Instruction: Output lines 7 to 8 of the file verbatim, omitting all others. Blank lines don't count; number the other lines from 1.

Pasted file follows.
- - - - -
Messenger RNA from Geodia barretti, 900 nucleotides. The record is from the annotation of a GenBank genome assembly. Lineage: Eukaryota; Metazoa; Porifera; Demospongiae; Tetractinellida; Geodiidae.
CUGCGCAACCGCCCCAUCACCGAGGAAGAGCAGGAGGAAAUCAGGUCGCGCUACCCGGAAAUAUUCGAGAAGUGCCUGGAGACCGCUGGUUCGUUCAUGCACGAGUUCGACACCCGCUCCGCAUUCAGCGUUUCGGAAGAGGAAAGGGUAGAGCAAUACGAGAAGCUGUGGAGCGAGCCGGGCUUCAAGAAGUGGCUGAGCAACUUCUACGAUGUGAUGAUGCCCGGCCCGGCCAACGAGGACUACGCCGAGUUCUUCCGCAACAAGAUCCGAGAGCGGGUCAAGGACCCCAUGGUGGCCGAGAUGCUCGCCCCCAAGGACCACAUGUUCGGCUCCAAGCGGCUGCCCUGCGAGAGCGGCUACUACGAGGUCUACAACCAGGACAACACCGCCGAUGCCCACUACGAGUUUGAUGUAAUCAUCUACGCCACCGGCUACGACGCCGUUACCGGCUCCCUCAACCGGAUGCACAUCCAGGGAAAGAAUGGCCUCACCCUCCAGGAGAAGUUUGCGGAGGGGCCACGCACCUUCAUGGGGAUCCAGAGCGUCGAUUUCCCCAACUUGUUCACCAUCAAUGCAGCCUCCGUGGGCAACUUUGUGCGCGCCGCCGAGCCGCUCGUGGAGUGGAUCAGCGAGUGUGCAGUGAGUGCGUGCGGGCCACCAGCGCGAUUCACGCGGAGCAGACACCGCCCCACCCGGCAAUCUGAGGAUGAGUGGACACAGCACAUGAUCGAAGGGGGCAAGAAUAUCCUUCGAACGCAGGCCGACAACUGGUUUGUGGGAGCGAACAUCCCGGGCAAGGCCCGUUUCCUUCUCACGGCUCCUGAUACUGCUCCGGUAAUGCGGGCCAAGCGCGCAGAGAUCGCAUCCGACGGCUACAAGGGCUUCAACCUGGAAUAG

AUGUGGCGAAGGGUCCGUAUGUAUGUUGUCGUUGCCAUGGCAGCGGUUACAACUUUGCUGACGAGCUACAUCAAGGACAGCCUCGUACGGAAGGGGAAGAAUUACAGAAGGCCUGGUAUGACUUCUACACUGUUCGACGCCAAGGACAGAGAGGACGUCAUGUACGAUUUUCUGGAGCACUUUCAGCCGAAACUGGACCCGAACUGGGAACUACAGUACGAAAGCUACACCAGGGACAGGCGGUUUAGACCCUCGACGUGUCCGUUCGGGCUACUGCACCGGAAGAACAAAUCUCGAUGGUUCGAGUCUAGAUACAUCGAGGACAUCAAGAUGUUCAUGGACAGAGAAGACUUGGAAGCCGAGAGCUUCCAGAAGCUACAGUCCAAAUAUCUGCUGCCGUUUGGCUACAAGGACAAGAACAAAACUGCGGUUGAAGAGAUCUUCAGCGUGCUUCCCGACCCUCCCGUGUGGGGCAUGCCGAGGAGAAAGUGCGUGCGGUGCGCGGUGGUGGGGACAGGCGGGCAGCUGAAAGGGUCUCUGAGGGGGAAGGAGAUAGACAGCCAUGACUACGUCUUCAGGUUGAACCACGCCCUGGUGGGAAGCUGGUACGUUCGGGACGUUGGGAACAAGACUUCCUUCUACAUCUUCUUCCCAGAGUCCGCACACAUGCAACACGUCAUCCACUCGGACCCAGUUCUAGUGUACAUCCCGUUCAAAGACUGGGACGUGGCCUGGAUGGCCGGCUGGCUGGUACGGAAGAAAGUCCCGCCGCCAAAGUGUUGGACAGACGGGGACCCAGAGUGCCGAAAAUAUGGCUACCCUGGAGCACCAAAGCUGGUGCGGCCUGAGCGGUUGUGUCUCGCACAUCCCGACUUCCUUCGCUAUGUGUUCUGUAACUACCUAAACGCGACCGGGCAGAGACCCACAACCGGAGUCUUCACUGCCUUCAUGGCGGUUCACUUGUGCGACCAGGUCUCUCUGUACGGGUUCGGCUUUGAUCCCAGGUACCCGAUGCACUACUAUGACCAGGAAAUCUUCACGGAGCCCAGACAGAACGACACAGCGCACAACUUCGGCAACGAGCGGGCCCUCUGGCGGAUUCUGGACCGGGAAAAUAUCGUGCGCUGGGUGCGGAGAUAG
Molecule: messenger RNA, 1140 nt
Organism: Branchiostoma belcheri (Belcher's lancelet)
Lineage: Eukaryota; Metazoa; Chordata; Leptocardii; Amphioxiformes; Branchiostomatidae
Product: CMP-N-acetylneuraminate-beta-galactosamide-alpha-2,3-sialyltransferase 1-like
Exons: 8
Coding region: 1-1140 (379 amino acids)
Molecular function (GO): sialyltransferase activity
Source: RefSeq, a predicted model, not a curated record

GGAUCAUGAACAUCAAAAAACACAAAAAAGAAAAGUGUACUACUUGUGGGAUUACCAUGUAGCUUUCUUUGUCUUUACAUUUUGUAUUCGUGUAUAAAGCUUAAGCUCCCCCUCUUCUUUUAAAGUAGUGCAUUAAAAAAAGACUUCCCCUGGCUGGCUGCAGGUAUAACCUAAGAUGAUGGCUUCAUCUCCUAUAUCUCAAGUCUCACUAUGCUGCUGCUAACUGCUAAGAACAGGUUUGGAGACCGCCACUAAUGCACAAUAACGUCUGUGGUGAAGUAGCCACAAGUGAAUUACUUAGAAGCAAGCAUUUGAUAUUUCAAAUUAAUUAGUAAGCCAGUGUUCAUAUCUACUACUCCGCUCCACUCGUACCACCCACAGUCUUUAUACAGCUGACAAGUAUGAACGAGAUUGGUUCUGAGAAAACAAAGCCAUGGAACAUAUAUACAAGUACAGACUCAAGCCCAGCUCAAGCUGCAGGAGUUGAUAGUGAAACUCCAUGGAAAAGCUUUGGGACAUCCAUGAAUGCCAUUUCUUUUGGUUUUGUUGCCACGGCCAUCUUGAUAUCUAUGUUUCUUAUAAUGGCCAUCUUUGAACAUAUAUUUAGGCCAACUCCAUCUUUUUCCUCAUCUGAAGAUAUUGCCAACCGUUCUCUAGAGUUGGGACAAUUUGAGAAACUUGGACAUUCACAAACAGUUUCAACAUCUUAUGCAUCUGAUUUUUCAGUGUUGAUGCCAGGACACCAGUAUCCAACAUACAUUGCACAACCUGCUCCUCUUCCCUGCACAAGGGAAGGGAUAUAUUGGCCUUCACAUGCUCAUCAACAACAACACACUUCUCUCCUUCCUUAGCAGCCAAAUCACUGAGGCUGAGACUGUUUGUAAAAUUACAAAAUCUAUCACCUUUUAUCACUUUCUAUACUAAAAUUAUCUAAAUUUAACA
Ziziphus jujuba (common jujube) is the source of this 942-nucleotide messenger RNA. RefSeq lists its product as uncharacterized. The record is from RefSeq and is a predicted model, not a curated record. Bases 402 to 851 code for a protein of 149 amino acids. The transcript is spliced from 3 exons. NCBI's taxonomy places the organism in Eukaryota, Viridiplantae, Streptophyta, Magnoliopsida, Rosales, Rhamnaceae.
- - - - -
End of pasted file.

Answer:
Product: CMP-N-acetylneuraminate-beta-galactosamide-alpha-2,3-sialyltransferase 1-like
Exons: 8